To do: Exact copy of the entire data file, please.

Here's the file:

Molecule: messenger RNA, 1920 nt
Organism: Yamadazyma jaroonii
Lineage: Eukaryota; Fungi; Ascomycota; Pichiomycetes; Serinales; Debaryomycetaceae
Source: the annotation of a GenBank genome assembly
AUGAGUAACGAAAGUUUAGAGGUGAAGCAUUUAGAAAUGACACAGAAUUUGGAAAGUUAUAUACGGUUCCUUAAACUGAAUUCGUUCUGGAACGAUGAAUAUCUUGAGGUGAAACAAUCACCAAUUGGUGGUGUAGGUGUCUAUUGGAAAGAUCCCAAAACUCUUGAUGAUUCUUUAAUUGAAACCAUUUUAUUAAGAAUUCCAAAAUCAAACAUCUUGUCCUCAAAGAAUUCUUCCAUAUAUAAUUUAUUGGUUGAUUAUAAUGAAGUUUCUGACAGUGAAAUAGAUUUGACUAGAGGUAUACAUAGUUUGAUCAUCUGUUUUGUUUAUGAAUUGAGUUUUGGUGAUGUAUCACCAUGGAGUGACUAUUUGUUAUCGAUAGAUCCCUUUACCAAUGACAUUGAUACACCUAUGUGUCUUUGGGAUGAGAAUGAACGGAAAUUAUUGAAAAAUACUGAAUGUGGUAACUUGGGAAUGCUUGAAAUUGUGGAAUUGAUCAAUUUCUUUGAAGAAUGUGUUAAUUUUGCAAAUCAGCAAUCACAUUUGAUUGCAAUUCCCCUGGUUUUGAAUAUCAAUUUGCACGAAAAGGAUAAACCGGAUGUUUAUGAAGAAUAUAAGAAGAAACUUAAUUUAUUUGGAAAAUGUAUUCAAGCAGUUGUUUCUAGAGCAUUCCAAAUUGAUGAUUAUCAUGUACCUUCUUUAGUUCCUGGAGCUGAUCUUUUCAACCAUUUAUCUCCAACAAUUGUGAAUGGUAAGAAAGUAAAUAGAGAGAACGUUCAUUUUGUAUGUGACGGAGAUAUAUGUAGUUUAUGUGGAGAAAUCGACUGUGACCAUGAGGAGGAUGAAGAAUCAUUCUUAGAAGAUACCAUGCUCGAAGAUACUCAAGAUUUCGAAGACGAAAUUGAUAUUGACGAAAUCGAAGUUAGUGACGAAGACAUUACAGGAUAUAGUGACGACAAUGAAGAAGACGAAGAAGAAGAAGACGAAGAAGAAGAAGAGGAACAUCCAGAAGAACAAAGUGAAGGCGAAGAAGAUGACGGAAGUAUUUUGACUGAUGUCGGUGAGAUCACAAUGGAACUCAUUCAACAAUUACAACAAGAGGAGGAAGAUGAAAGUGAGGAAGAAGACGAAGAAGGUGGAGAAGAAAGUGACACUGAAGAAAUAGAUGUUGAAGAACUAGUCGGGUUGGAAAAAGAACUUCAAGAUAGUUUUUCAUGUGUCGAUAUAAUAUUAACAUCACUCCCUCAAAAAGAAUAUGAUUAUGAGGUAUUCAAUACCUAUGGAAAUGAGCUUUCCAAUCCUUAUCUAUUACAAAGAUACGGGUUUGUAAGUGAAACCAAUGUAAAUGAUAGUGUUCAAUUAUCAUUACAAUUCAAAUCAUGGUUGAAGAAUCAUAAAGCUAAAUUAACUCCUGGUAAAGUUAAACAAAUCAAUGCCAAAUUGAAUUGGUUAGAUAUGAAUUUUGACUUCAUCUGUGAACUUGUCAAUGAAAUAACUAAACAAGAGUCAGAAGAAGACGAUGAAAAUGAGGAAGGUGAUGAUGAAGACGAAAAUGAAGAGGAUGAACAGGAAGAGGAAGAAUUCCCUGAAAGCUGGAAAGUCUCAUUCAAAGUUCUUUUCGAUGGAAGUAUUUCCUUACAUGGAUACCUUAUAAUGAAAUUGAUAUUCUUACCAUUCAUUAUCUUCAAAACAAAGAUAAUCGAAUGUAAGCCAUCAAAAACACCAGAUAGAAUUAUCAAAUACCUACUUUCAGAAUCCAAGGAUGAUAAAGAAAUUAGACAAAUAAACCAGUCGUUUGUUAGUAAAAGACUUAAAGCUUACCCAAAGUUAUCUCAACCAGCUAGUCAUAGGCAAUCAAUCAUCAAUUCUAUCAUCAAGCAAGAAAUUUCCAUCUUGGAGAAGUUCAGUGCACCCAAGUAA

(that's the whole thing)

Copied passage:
Molecule: messenger RNA, 1920 nt
Organism: Yamadazyma jaroonii
Lineage: Eukaryota; Fungi; Ascomycota; Pichiomycetes; Serinales; Debaryomycetaceae
Source: the annotation of a GenBank genome assembly
AUGAGUAACGAAAGUUUAGAGGUGAAGCAUUUAGAAAUGACACAGAAUUUGGAAAGUUAUAUACGGUUCCUUAAACUGAAUUCGUUCUGGAACGAUGAAUAUCUUGAGGUGAAACAAUCACCAAUUGGUGGUGUAGGUGUCUAUUGGAAAGAUCCCAAAACUCUUGAUGAUUCUUUAAUUGAAACCAUUUUAUUAAGAAUUCCAAAAUCAAACAUCUUGUCCUCAAAGAAUUCUUCCAUAUAUAAUUUAUUGGUUGAUUAUAAUGAAGUUUCUGACAGUGAAAUAGAUUUGACUAGAGGUAUACAUAGUUUGAUCAUCUGUUUUGUUUAUGAAUUGAGUUUUGGUGAUGUAUCACCAUGGAGUGACUAUUUGUUAUCGAUAGAUCCCUUUACCAAUGACAUUGAUACACCUAUGUGUCUUUGGGAUGAGAAUGAACGGAAAUUAUUGAAAAAUACUGAAUGUGGUAACUUGGGAAUGCUUGAAAUUGUGGAAUUGAUCAAUUUCUUUGAAGAAUGUGUUAAUUUUGCAAAUCAGCAAUCACAUUUGAUUGCAAUUCCCCUGGUUUUGAAUAUCAAUUUGCACGAAAAGGAUAAACCGGAUGUUUAUGAAGAAUAUAAGAAGAAACUUAAUUUAUUUGGAAAAUGUAUUCAAGCAGUUGUUUCUAGAGCAUUCCAAAUUGAUGAUUAUCAUGUACCUUCUUUAGUUCCUGGAGCUGAUCUUUUCAACCAUUUAUCUCCAACAAUUGUGAAUGGUAAGAAAGUAAAUAGAGAGAACGUUCAUUUUGUAUGUGACGGAGAUAUAUGUAGUUUAUGUGGAGAAAUCGACUGUGACCAUGAGGAGGAUGAAGAAUCAUUCUUAGAAGAUACCAUGCUCGAAGAUACUCAAGAUUUCGAAGACGAAAUUGAUAUUGACGAAAUCGAAGUUAGUGACGAAGACAUUACAGGAUAUAGUGACGACAAUGAAGAAGACGAAGAAGAAGAAGACGAAGAAGAAGAAGAGGAACAUCCAGAAGAACAAAGUGAAGGCGAAGAAGAUGACGGAAGUAUUUUGACUGAUGUCGGUGAGAUCACAAUGGAACUCAUUCAACAAUUACAACAAGAGGAGGAAGAUGAAAGUGAGGAAGAAGACGAAGAAGGUGGAGAAGAAAGUGACACUGAAGAAAUAGAUGUUGAAGAACUAGUCGGGUUGGAAAAAGAACUUCAAGAUAGUUUUUCAUGUGUCGAUAUAAUAUUAACAUCACUCCCUCAAAAAGAAUAUGAUUAUGAGGUAUUCAAUACCUAUGGAAAUGAGCUUUCCAAUCCUUAUCUAUUACAAAGAUACGGGUUUGUAAGUGAAACCAAUGUAAAUGAUAGUGUUCAAUUAUCAUUACAAUUCAAAUCAUGGUUGAAGAAUCAUAAAGCUAAAUUAACUCCUGGUAAAGUUAAACAAAUCAAUGCCAAAUUGAAUUGGUUAGAUAUGAAUUUUGACUUCAUCUGUGAACUUGUCAAUGAAAUAACUAAACAAGAGUCAGAAGAAGACGAUGAAAAUGAGGAAGGUGAUGAUGAAGACGAAAAUGAAGAGGAUGAACAGGAAGAGGAAGAAUUCCCUGAAAGCUGGAAAGUCUCAUUCAAAGUUCUUUUCGAUGGAAGUAUUUCCUUACAUGGAUACCUUAUAAUGAAAUUGAUAUUCUUACCAUUCAUUAUCUUCAAAACAAAGAUAAUCGAAUGUAAGCCAUCAAAAACACCAGAUAGAAUUAUCAAAUACCUACUUUCAGAAUCCAAGGAUGAUAAAGAAAUUAGACAAAUAAACCAGUCGUUUGUUAGUAAAAGACUUAAAGCUUACCCAAAGUUAUCUCAACCAGCUAGUCAUAGGCAAUCAAUCAUCAAUUCUAUCAUCAAGCAAGAAAUUUCCAUCUUGGAGAAGUUCAGUGCACCCAAGUAA